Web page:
This blog shares the research experiences and findings conducted at University of North Carolina Wilmington (UNCW faculty and students) in conjunction with Plastic Ocean Project. Earlier posts share open-ocean sampling and adventures in the North and South Atlantic, the South Pacific and the North Pacific Great Pacific Garbage Patch. Outreach and education is the primary purposes to bring global awareness to an issue that has reached a crisis level in the marine environment.
Shane Antonition, a recent Bermuda high school graduate and youngest member of the cruise, is bound for the University of Waterloo, Canada this fall to study Environmental Engineering. Shane had a rough start on our North Atlantic cruise dealing with the rocking and rolling of the ship, partly due to the rough sea state, but according to Shane, it’s also because of the ship’s design. The RV Atlantic Explorer, once a tugboat, was fitted with two more decks causing it to be slightly top heavy. Shane’s engineering mind figured this out early on and given the chance, would reconfigure the weight distribution by using lighter materials, perhaps, making it more fuel-efficient as well. Though I have to admit, I like the rock-n-roll.
Shane said he was aware of plastic in the ocean, especially in the North Pacific gyre, but was not expecting the magnitude of what we found in the North Atlantic gyre. He said, “It [the plastic sampling] was definitely an eye opener. I didn’t realize it would be to that scale. Each of our trawls we only collected small amounts of plastic, but multiply that by the thousands of kilometer of ocean and we’ve got a big problem here.”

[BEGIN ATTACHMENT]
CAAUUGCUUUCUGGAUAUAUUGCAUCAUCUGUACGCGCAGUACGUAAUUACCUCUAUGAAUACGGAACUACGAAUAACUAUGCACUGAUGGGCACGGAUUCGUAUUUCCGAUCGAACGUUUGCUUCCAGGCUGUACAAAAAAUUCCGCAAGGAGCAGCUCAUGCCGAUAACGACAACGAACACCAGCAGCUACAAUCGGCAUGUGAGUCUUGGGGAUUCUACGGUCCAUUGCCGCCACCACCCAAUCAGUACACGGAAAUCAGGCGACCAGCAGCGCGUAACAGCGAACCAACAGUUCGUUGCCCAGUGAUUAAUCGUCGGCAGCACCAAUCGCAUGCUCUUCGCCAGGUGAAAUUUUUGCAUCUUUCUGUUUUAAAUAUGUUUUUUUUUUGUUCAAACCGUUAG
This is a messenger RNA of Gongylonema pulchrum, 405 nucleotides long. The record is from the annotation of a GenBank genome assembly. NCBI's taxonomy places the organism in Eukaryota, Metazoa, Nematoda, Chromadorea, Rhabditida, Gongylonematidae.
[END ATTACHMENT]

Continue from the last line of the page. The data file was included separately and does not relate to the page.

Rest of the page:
biological or cellophane?
spotted crab compared to plastic
For this year’s cruise, I decided to also focus on the marine biota in the surface-floating weed along with the plastics. We were able to get quite a collection of living organisms using a 10-gallon fish tank. Shane and I talked about how we were sometimes fooled by marine life that looks like plastic and, understandably, how easy it would be for their predators to mistake plastic for food. Marine life like the clear creatures that look like cellophane, crabs with white specks on their bodies, and barnacles that look like plastic fragments to name a few.
Pulling young students into research experiences has the adage of bringing the parents in as well. Shane’s mother works for the Bank of Bermuda, and though her bank is a huge financial backer, she has never been on the ship. Because of Shane, she received her first tour hours before we left for the open sea. By bringing parents in, it can come full circle when they provide info useful for research. Shane’s father told us about Sargassum sea slugs. In my many years of looking at Sargassum, I didn’t even know they existed. When Angela Tomasinna had one fall out of some Sargassum she was sorting, we put it in water and it instantly started jammin’ like a rock star. I fell in love with this little creature – who knew slugs could be adorable!
Beautiful Nudibranch the size of a dime
Looking out over the ocean, there is little indication of life other than an occasional flash of a fish, turtle, or marine mammal. But what thrives below the surface is a world of precious species. Some so small, you need a microscope to see, yet, provide every other breath we breathe. But when chemicals, oil, and plastic (a combination of the two) get into this environment, they can destroy the sensitive balance that makes life possible. This last cruise has, more than ever, encouraged me to continue bringing the ocean to those who do not have access. I hope by doing so, people will fall in love with everything from the Sargassum slug on up to the sharks that keep the ocean in harmony. As Jay Nichols once said, “We will protect the things we love.”